“Marketing to kids is mainly driven by visuals showcasing the character and its accompanying product immediately around,” Marples said. “On the other hand, online and print marketing should be geared to parents; they’re the ones with computer access doing price comparisons and research on their children’s Halloween choices.”

    Head to Toe
    Halloween 2011 is about expanding the options and choices to all the costume consumers, especially parents and teens. Many are looking for economical ways to create creative costumes without breaking the bank. The solution is adding on accessories-from head to toe. Most manufacturer catalogs will feature add-on options, so it’s all about browsing and picking the most popular items.

    “Some research on the characters (including watching the movie, or looking through comic books or magazines) will secure you the best accessories,” Marples said. “Once a retailer has them, they need to be merchandised immediately next to the complementing costume. Packaging or mannequins showcasing the character wearing the add-on are both great and necessary visuals that can easily secure the sale.”

    When it comes to shoes, Lydia Conley of Ellie Shoes said they have expanded collections to include the growing trends the believe will eventually sustain the costume community, such as Steampunk and Bollywood.

    “Though they’re not new, we believe we will begin to see more and more costumes within this trend,” Conley said. “Peacock is another costume we saw a lot of this year and think will continue. The peacock feather is a hot commodity in the fashion world and we’re seeing a lot of it on the runways in Europe.”

    And even if peacocks or Steampunk don’t appeal to your demographic, Conley advises retailers in 2011 to set aside some “fun” dollars for the new stuff coming out that you can use to test new items.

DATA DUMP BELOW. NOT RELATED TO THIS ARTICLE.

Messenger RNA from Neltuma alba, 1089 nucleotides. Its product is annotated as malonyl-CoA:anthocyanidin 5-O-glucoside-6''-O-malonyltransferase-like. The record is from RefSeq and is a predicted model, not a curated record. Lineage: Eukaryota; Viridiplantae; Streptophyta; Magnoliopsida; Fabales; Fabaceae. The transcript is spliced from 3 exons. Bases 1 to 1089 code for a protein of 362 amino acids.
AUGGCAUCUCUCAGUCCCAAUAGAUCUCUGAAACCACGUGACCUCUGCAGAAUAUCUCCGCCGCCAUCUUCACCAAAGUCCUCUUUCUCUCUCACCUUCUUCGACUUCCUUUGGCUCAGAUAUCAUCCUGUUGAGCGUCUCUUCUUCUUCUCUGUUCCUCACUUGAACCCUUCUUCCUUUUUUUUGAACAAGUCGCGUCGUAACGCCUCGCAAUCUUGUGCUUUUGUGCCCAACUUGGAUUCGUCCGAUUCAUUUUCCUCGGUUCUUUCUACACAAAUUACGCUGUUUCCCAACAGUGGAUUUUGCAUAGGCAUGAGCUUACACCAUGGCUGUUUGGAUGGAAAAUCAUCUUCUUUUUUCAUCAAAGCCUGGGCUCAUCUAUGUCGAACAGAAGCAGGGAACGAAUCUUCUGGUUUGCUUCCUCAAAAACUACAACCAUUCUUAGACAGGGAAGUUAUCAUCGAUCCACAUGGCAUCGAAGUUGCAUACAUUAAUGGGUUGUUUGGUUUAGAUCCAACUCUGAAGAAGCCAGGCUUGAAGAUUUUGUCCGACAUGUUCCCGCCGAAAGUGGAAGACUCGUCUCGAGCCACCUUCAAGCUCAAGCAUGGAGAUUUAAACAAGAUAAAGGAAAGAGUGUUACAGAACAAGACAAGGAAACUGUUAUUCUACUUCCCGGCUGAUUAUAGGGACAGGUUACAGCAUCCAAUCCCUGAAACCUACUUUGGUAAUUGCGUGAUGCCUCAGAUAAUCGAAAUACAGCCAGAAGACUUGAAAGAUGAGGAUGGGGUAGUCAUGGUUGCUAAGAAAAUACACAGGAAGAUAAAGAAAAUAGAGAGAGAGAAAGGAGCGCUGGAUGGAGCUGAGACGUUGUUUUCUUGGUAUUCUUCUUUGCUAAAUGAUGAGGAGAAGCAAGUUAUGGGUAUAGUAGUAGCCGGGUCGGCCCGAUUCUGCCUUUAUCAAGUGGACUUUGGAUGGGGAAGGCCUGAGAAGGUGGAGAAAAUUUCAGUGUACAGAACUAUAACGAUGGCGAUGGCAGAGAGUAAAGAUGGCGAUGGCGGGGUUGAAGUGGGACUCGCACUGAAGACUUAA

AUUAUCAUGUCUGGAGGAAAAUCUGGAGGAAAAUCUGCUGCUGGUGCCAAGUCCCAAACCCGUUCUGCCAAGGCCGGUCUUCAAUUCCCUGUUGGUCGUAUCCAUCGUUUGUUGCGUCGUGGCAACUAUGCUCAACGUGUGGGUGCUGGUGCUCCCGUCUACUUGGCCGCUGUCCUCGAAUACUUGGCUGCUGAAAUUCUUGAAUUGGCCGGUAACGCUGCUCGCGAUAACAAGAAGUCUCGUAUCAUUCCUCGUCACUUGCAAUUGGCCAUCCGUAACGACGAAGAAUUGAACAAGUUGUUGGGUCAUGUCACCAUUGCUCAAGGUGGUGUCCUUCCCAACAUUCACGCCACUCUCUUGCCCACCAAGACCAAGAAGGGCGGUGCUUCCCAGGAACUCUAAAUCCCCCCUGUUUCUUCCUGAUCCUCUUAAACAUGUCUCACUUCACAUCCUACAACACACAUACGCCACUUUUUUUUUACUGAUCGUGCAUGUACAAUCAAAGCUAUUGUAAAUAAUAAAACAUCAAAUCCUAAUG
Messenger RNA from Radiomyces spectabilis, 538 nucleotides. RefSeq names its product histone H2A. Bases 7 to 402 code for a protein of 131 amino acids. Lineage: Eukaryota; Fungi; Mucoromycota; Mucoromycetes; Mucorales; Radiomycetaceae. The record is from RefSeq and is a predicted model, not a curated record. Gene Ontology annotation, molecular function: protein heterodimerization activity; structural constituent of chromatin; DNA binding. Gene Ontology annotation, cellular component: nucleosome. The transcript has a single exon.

“It’s fun to roll out a show stopper instead of sticking to the basics all the time,” she said. “It helps to draw traffic, generate press and find out if there are any new niches in your target market that you were not aware of.”

    And who knows? You might just start a new trend.


    Adults Only
    Of course there are times when adults want to dress up as just that-adults-and the sexy costume sector isn’t going anywhere but up in 2011. Along with the licensed properties on our Costume Licensing List, there are also new ideas and innovations hitting the market this year.

    Melissa Hanana, public relations coordinator for Coquette, gave us a few tips for success and a preview of expect from Coquette.

  • Not only are sexy themes popular for 2011, but animal costumes are continuing to grow in demand. Similarly, costume trends are always forecasted by movies. Pirates, vampires and horror film characters have become more popular in recent years due to pop culture.
  • When it comes to style, costumes that are sexy but with full coverage will dominate overall. Costumes that have universal appeal and are offered in plus sizes are what we find to be bestsellers.
  • This year more of our costumes are made of woven fabric that has an overall higher quality and creates a more flattering silhouette. We are also merging lingerie into some of our costumes through our costume themed corsets and matching skirts that are sold as separates. We find that this make-your-own-costume option allows the customer to “build” a costume unique to them.
  • We always suggest that retailers stock the traditional role-playing themes year round like school girl, French maid, nurse and police officer costumes. It’s also a good idea to stock sporting costumes during playoff seasons like the World Cup, Super Bowl, NBA, Stanley Cup, etc.
  • Hosiery can make the perfect addition to complement most costumes and is always a great way to customize a costume to give it a unique look.